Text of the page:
Through months-long research, they discover that 90 priests in Boston are pedophiles and interview their victims. Garabedian tells Rezendes that legal documents have been made public which confirm Law was aware of everything. Eventually, The Globe wins a legal case to have more documents made public, providing evidence of a much larger problem throughout the church.

Under the banner “Spotlight Investigation: Abuse in the Catholic Church,” a series of articles elicited attention on national and international levels. There was a telephone number printed in the first article requesting victims abused by priests to come forward. Phones were ringing off the hook the next day.

In 2003, The Boston Globe earned the Pulitzer Prize for Public Service for its coverage of the scandal.

“We would not be here today without the heroic efforts of our reporters. Not only do they effect global change, but they absolutely show us the necessity for investigative journalism,” producer/University of California School of Law alumna Blye Pagon Faust said in her acceptance speech.

In the wake of the scandal, numerous lawsuits were filed against the Archdiocese of Boston. Settlements were estimated to be nearly $100 million in Boston alone. By the end of 2002, Law resigned and apologized to the people of Boston, asking forgiveness.

“It shows what can be done with good journalism – the good part of the profession,” said Sue Carter, a journalism and law professor at Michigan State University. “I think they did what journalists do well and that is expose… let the light shine, allow those who are in power and those who need to be in power to make proper decisions. With respect to the screenplay, I thought it was very well-done and took a known story and known fact-pattern and gave it a good treatment. I was absorbed by the entire film. For my purposes top to bottom, it was a very compelling narrative.”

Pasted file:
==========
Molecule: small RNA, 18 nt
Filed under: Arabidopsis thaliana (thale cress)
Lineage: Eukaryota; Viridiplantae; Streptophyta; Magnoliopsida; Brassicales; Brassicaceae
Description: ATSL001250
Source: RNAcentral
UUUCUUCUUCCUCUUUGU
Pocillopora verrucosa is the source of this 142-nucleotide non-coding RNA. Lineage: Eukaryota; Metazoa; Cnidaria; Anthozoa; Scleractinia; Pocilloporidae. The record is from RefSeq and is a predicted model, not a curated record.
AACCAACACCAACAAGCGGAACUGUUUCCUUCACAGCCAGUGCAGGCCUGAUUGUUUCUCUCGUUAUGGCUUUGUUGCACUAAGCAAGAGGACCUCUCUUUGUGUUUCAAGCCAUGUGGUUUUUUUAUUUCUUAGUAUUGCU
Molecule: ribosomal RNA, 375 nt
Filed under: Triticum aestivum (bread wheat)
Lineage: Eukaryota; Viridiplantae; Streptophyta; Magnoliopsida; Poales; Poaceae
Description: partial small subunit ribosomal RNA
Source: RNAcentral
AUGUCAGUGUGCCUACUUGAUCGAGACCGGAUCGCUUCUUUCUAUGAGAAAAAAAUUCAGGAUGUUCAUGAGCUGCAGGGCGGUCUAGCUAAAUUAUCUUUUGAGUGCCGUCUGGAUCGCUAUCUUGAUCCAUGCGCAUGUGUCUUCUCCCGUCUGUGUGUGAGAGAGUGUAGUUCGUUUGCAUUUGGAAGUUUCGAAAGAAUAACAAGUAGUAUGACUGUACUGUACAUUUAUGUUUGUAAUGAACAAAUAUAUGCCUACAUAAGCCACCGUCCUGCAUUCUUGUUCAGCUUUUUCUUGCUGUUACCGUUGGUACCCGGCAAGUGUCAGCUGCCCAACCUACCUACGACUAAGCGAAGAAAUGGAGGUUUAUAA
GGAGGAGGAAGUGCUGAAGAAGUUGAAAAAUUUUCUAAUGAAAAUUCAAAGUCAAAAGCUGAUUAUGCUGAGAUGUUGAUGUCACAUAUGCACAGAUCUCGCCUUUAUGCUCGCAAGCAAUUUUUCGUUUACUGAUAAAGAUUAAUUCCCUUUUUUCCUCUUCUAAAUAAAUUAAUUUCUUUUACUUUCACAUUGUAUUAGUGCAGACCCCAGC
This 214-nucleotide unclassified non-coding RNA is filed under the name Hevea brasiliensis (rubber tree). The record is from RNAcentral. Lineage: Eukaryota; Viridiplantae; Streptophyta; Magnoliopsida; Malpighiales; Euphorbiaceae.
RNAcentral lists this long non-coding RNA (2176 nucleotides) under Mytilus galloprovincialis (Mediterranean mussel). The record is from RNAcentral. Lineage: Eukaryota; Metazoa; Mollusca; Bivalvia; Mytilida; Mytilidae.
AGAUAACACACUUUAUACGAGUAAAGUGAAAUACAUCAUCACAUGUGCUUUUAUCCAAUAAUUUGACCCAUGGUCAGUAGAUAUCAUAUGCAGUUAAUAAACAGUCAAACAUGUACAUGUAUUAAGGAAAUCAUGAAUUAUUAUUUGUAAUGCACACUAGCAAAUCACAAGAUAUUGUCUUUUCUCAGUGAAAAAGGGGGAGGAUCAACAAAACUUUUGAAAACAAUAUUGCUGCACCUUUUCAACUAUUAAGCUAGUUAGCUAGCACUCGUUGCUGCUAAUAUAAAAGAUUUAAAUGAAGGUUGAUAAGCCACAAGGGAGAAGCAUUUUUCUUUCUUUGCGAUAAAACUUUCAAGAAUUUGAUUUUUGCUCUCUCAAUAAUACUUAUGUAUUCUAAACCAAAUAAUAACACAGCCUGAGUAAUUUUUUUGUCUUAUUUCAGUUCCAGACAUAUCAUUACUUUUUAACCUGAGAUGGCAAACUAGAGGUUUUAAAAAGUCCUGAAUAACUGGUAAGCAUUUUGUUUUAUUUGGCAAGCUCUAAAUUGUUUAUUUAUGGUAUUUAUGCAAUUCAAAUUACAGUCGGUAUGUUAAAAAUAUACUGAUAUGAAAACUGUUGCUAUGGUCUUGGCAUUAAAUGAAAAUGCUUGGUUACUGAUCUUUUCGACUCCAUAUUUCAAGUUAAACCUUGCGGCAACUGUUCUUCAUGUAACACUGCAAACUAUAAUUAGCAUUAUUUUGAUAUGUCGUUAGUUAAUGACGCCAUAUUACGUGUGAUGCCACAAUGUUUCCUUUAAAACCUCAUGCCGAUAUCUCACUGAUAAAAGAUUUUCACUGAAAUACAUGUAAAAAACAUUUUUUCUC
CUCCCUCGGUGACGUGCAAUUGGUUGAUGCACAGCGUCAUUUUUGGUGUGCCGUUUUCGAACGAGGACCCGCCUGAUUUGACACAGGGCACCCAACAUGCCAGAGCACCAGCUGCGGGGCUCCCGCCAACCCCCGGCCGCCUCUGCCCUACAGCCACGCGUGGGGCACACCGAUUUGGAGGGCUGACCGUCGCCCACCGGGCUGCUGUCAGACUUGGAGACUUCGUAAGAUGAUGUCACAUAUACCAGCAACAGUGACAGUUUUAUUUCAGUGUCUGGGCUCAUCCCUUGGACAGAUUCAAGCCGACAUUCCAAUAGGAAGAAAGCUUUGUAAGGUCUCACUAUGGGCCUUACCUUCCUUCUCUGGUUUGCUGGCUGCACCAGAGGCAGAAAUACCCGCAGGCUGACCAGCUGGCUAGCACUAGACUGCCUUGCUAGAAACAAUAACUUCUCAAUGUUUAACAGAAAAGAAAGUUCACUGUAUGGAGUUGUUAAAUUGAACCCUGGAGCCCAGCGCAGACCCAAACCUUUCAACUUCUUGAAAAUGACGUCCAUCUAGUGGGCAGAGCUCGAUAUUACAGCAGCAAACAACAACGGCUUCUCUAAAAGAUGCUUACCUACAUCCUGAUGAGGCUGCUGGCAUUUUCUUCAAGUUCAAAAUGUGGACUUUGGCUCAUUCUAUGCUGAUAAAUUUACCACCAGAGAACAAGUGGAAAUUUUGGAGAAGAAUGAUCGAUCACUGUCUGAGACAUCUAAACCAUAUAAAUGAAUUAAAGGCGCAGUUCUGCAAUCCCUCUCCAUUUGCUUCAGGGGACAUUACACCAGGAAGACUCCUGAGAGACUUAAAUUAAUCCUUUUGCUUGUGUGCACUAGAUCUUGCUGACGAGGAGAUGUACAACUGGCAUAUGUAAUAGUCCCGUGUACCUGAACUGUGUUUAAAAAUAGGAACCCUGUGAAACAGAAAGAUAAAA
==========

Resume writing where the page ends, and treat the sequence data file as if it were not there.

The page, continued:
Spotlight has received mostly positive reviews from Catholic priests, no matter how painful and controversial the subject matter remains. Upon the film’s release, Archbishop O’Malley (who replaced Law) issued a statement.

“The (movie) depicts a very painful time in the history of the Catholic Church in the United States and particularly here in the Archdiocese of Boston…” the statement read. “The media’s investigative reporting on the abuse crisis instigated a call for the church to take responsibility... and to reform itself – to deal with what was shameful and hidden – and to make the commitment to put the protection of children first... I have personally met with hundreds of survivors of clergy abuse over the last 12 years, hearing the accounts of their sufferings and humbly seeking their pardon. I have been deeply impacted...  and compelled to continue working toward healing and reconciliation while upholding the commitment to do all that is possible to prevent harm to any child in the future.”   

Archbishop Allen Vigneron of the Archdiocese of Detroit was unavailable for comment. However, spokesman Ned McGrath released an e-mail Vigneron wrote upon the movie’s release.